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Friday, July 10, 2009

A Dad's Point of View: Can a Relationship Survive This Much Stress?

How much stress can a new relationship survive? I am fond of quoting the cliché that most of us would rather keep our own problems vs. trade with someone else. Yet, lately, I wonder. Okay, I’ll keep our troubles, but it does raise the notion of enough is enough.

I just had a ski accident in which I fell so hard that I was knocked unconscious. There were apparently no witnesses and I still don’t remember exactly what happened since the only thing I recall is waking up on the emergency toboggan, zooming down the mountain, being loaded into the ambulance, and taken to the Emergency Room. After a bit of prodding, I knew my name and began to feel the hurt in my shoulder. Later, all my memory returned except for the accident itself, which remains a mystery.

I should be grateful that I wore a helmet, since the concussion was mild, though the injury to my shoulder wasn’t. Two broken bones, a lot of bruises elsewhere, and a rousing headache were mine after they “relocated” the shoulder (which I also forgot, fortunately).

Loren, in her fear and panic, and not being there, proceeded to criticize me for being too old to do this stuff anymore (she’s right). It seemed the culmination, for us, of just one too many stressful incidents. We’ve been married less than six months, and dating less than three years, and the number of stressful incidents in our lives seems to occur too frequently.

The short list includes two surgeries for her last year, this accident, and another hospitalization for me just months before we got married, along with the economic collapse of her business (real estate), the diminution of our respective savings and retirement accounts, my emerging teenager’s full-blown attitude, a forced move when our landlord gave us notice, and the subsequent scramble to find a place that would accept three dogs, packing and moving when we did find an acceptable place, and finally one of our dogs nearly killing our neighbor’s dog and requiring isolation and a potential indefinite prison term (the dog, not us). And, that was just the first month of our marriage (just kidding).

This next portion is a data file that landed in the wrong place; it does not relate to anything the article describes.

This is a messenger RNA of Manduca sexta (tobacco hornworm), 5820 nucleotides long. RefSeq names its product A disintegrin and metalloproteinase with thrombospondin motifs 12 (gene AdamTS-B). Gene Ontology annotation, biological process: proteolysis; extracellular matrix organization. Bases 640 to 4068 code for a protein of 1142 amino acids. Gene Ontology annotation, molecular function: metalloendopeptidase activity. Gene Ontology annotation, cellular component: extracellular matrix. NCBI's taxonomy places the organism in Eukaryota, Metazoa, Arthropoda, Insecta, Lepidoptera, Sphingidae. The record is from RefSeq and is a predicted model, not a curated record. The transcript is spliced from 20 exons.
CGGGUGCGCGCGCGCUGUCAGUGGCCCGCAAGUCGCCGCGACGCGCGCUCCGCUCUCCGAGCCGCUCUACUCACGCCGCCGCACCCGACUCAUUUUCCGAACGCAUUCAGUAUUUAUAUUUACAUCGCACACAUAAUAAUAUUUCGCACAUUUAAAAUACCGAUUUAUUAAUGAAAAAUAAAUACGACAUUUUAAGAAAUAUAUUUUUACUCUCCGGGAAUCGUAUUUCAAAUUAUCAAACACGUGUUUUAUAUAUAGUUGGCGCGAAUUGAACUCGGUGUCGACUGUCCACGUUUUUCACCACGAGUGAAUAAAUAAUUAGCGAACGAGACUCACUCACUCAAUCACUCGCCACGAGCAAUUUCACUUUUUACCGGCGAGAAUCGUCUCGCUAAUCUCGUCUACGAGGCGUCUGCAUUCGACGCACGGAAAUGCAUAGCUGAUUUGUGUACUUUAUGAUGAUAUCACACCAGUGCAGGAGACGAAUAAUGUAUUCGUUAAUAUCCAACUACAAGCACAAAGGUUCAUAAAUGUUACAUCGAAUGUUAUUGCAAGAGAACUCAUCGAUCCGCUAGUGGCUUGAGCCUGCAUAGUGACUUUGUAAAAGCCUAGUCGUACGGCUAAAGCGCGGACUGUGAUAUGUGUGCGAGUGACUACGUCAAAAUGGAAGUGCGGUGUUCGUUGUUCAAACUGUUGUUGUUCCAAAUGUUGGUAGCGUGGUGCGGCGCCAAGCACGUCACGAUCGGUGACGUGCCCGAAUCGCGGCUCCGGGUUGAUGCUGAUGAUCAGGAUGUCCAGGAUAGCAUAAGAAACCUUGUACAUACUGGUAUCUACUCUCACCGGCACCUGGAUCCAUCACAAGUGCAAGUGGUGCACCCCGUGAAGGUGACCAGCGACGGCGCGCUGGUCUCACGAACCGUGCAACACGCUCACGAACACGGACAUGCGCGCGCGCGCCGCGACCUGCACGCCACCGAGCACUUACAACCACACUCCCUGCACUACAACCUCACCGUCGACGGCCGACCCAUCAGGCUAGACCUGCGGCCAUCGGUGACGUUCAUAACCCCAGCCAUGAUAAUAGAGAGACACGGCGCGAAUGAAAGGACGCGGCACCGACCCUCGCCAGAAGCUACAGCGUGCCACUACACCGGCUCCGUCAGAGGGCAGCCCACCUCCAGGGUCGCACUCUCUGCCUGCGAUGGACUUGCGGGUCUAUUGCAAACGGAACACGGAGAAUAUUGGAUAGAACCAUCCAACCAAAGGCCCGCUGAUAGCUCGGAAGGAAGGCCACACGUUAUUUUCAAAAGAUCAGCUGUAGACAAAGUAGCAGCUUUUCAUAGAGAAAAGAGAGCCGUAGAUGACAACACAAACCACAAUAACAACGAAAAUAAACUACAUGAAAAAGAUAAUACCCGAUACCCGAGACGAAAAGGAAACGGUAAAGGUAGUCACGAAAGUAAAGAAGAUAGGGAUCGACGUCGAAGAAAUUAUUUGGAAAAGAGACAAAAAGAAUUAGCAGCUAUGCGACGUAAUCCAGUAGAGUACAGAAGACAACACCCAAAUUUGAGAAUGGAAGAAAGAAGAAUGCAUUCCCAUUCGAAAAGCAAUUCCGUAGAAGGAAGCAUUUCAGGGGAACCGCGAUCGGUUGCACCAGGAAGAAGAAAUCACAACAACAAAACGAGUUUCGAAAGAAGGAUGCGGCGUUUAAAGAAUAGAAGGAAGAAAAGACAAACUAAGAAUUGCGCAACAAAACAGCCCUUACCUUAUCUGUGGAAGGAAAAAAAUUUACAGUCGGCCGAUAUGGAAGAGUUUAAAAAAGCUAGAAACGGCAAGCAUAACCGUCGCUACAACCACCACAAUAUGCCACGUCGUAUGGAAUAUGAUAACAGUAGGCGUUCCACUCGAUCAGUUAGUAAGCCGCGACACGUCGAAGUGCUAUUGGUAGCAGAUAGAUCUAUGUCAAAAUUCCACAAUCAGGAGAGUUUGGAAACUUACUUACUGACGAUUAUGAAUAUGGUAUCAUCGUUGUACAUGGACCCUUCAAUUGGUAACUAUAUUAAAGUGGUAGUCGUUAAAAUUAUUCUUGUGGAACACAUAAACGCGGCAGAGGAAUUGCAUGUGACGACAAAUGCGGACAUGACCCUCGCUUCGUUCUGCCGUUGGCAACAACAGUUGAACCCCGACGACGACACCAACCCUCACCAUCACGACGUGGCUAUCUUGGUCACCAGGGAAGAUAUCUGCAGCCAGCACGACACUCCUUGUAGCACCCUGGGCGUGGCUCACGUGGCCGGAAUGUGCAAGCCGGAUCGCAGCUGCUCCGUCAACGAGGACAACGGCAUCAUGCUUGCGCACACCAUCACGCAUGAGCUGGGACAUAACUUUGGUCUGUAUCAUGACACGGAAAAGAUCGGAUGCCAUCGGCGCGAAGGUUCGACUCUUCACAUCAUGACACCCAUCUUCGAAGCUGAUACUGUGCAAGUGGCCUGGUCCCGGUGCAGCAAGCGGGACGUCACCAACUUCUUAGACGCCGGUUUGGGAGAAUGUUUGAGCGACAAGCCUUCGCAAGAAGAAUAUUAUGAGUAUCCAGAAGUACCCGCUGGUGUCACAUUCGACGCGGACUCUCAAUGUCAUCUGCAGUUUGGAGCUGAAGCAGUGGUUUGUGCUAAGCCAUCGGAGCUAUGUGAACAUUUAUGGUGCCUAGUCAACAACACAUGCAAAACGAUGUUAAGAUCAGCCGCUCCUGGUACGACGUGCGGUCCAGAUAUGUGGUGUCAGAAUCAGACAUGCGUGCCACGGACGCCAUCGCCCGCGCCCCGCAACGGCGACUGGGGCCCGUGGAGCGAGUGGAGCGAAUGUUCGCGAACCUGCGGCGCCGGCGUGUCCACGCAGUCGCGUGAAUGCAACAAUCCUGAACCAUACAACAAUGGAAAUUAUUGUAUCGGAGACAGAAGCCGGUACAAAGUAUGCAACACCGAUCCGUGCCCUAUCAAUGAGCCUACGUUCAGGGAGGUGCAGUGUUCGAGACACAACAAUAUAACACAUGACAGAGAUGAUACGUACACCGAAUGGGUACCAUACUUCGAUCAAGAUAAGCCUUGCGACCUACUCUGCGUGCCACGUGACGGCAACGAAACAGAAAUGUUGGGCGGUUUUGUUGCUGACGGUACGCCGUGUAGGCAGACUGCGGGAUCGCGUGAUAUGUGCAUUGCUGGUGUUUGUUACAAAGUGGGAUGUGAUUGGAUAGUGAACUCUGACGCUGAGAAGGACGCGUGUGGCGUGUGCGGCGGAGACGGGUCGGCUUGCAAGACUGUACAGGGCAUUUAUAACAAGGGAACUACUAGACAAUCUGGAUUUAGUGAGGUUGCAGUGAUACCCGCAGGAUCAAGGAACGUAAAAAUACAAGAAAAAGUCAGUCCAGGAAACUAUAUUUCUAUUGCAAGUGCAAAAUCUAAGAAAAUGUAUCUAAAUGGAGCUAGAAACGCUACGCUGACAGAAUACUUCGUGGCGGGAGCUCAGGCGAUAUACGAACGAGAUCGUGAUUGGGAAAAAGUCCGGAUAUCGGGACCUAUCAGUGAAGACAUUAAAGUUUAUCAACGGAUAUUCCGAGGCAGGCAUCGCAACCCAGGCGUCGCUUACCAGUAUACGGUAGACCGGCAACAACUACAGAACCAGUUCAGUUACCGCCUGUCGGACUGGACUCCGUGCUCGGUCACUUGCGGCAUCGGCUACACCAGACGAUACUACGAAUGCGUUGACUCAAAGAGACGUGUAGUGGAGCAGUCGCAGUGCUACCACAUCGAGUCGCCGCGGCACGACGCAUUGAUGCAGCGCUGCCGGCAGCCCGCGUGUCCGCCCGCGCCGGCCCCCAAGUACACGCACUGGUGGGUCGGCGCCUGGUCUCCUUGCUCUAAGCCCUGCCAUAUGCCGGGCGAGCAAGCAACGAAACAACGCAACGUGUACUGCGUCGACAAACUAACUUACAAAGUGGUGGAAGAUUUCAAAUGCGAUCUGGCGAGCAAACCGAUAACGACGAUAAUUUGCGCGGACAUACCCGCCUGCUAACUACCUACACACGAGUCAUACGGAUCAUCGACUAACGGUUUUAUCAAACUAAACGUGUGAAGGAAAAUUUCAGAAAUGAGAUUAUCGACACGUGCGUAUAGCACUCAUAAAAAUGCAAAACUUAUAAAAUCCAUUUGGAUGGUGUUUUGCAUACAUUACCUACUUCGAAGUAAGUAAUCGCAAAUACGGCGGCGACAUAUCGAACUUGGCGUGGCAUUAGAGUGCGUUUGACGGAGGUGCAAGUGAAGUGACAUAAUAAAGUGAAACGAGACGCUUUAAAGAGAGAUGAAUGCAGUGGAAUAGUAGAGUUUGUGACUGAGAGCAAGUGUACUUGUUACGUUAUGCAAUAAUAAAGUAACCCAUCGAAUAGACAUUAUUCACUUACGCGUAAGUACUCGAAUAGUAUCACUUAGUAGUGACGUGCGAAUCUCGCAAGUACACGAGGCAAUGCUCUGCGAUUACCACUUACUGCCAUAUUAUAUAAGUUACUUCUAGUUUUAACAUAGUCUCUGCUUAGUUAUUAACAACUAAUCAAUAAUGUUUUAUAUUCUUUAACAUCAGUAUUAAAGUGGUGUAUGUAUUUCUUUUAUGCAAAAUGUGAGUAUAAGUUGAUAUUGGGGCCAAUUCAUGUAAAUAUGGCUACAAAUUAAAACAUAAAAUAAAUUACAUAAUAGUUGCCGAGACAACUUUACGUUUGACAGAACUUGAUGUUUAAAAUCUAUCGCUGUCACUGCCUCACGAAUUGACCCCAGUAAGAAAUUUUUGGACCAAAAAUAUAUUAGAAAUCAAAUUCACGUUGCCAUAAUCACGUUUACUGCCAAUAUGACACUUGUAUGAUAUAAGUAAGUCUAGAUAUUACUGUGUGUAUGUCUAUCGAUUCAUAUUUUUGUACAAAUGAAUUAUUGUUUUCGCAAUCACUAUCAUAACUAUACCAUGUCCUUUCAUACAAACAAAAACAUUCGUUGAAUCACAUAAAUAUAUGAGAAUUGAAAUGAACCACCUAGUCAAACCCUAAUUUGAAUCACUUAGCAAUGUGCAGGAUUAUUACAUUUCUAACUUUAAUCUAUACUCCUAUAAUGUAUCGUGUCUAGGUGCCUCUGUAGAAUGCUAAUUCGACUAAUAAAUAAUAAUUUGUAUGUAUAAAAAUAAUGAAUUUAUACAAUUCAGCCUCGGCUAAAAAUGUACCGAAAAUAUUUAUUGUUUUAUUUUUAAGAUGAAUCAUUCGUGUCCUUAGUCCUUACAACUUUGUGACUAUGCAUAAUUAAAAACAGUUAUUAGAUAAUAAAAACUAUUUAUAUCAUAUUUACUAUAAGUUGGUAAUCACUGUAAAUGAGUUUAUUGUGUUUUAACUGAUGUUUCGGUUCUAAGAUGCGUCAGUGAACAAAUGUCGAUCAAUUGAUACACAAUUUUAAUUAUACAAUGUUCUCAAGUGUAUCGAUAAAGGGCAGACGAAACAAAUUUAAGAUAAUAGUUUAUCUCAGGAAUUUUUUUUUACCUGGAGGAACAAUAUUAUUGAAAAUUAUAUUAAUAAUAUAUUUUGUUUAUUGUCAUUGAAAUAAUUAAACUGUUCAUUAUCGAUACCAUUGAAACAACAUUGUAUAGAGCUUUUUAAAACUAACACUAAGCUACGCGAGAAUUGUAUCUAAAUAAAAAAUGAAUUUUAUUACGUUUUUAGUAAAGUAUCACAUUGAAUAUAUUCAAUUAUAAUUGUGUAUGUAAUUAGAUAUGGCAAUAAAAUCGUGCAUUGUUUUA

Laughter is supposed to be the best medicine but we haven’t felt like laughing much lately. We know better than to feel sorry for ourselves, but the onslaught of all these events have worn us down. I didn’t even mention the health scare that Loren’s father had and, more recently, the brain tumor discovered in her mom, which will require surgery (but is likely benign). How much are we supposed to handle? I tend to believe God gives us just the right amount so we should be flattered that he thinks so highly of us. But, I’d rather be further down on his list and have a few months go by without incident.

The lessons the boys got from our economy collapsing are probably good --learning to save, learning to delay gratification, maybe reading a book instead of going to a movie, etc. For us, I suppose the lessons relate to appreciating our health when we have it, our parents when they’re alive and well, and each other -- regardless of the ups and downs.